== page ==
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Noise is Not a Nuisance: Noise Improves Cognitive Performance in Low Achieving School Children
Stockholm University, Faculty of Social Sciences, Department of Psychology.
Article in journal (Refereed) Submitted
URN: urn:nbn:se:su:diva-24432OAI: diva2:197521
Part of urn:nbn:se:su:diva-7040Available from: 2007-08-30 Created: 2007-08-28Bibliographically approved
In thesis
1. Noise improves cognitive performance in children with dysfunctional neurotransmission
Open this publication in new window or tab >>Noise improves cognitive performance in children with dysfunctional neurotransmission
2007 (English)Doctoral thesis, comprehensive summary (Other academic)
Abstract [en]

Research on children with Attention Deficit Hyperactivity Disorder (ADHD) has shown that they are extremely sensitive to distraction from external stimuli that lead to poor cognitive performance. This thesis shows that cognitive performance can be improved if this external stimulus is smooth and continuous (e.g. auditory white noise). Control children attenuate their performance under such conditions. The first Study proposes the moderate brain arousal model (MBA). This neurocomputational model predicts selective improvement from noise in ADHD children. Noise through a phenomenon called stochastic resonance (SR), can be beneficial in dopamine deprived neural systems. The statistical phenomenon of SR explains how the signal-to-noise ratio can be improved by noise in neural systems where the passing a threshold is required. The second Study provides experimental support for the MBA-model by showing that ADHD children improve performance in a free recall task while exposed to auditive noise. Control children declines in the same condition. The third Study generalizes this finding among low achieving children, which it is argued have low dopamine levels. Noise exposure improves performance in low achievers, but inhibits performance in high achievers. The conclusion is that external auditory noise can restore low dopamine levels and thus improve cognitive performance. It is also proposed that dopamine levels modulate the SR effect; this means that low dopamine persons require more noise to obtain an SR effect. Both excessive and insufficient dopamine is detrimental for cognitive performance. The MBA model can be used to explain several shortcomings where changes in the dopamine system have been identified. The MBA model can also help create appropriate and adaptive environments, especially in schools, for persons with a deficient dopamine function, such as ADHD children.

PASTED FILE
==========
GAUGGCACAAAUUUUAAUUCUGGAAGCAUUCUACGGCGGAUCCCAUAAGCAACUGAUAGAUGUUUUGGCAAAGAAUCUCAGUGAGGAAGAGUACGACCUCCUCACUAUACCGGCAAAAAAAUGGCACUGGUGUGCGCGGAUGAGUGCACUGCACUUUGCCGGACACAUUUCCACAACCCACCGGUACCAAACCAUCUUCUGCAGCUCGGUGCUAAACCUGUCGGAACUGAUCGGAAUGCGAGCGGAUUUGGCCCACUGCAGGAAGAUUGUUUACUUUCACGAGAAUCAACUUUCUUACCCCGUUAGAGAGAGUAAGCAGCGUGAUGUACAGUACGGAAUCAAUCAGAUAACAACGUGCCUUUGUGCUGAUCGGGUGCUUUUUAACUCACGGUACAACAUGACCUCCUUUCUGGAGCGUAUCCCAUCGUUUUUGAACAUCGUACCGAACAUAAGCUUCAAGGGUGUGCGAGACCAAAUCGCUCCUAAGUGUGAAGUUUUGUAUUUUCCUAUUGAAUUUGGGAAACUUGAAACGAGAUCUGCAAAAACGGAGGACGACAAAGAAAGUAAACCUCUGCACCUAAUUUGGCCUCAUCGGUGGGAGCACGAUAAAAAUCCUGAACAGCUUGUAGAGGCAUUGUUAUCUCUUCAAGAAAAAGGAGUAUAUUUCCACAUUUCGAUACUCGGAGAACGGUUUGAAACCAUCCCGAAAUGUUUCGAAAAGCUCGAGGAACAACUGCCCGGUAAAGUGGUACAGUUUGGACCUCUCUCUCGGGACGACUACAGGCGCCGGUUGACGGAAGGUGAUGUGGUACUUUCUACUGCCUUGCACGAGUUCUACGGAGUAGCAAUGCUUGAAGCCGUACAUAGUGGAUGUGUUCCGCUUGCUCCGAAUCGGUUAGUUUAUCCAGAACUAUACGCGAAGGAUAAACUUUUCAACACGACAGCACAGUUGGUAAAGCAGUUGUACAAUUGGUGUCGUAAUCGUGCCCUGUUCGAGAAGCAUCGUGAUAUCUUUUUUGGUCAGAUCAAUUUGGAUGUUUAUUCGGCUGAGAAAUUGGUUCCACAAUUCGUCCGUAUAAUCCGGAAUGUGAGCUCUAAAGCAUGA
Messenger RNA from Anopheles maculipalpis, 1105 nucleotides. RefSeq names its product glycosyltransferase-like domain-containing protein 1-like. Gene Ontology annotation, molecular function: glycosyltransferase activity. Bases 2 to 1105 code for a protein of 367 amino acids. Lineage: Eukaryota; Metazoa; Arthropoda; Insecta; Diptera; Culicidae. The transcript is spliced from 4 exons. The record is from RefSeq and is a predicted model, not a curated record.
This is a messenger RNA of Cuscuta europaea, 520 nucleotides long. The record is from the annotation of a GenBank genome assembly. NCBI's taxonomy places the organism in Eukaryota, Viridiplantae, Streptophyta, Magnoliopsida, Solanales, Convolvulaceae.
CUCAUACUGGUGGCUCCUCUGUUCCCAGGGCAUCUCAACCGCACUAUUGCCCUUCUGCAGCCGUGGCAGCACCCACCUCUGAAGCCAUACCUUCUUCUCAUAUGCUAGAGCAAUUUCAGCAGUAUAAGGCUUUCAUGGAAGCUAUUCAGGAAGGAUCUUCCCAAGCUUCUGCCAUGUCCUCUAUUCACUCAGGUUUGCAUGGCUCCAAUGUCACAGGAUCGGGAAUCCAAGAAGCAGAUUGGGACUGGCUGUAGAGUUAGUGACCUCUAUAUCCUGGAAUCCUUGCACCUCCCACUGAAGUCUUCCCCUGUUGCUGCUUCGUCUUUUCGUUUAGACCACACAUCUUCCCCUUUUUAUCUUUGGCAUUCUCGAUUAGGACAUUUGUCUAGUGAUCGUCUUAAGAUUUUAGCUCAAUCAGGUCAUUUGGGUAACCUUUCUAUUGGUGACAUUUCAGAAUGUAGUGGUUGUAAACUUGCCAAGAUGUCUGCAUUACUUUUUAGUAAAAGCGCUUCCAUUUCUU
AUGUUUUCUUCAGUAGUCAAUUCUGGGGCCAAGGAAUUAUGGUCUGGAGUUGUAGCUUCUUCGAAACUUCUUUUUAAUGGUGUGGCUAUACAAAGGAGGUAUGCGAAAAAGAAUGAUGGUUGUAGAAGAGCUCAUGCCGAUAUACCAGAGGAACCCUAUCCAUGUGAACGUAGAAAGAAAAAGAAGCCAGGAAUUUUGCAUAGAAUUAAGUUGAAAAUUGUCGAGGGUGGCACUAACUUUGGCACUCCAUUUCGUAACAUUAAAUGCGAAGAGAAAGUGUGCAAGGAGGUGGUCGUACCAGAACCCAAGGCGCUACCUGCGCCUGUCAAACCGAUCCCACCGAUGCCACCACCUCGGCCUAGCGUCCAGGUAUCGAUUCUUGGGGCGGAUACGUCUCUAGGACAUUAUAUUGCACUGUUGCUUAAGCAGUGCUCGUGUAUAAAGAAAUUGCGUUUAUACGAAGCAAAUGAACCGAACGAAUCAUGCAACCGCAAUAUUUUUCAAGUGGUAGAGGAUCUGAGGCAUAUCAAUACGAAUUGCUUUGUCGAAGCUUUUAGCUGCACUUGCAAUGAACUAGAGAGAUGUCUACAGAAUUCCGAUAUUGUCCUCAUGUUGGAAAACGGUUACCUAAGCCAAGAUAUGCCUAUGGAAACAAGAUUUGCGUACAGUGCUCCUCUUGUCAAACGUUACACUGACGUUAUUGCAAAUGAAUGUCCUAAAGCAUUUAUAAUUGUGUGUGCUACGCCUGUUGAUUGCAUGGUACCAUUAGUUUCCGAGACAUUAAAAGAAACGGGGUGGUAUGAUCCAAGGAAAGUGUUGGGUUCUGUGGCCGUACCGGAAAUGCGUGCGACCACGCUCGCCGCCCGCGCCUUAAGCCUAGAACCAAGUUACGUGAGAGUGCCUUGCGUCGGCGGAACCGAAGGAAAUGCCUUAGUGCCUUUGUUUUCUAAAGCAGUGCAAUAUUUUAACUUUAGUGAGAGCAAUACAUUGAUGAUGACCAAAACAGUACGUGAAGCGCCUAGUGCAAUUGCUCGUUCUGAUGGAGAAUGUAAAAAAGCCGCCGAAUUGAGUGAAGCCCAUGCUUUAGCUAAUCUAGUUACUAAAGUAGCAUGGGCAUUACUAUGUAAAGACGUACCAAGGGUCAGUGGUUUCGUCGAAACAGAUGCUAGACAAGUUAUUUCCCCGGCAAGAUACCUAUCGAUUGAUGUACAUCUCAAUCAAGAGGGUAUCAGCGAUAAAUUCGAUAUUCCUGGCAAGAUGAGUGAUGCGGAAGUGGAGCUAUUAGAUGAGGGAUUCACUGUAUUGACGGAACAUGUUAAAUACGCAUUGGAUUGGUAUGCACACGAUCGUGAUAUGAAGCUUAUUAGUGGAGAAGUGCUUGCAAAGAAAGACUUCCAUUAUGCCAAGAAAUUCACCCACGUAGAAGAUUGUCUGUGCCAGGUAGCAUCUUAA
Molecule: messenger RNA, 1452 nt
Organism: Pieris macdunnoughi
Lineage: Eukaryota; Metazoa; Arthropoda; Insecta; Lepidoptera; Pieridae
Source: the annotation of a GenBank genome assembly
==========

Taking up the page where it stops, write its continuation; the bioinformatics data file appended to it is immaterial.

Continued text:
Place, publisher, year, edition, pages
Stockholm: Psykologiska institutionen, 2007. 152 p.
ADHD, noise, stochastic resonance, dopamine, episodic memory, model, brain arousal, SPT, cognitive performance, children
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urn:nbn:se:su:diva-7040 (URN)978-91-7155-492-5 (ISBN)
Public defence
2007-09-21, David Magnussonsalen (U31), hus 8, Frescati Hagväg 8, Stockholm, 10:00
Available from: 2007-08-30 Created: 2007-08-28 Last updated: 2010-10-21Bibliographically approved

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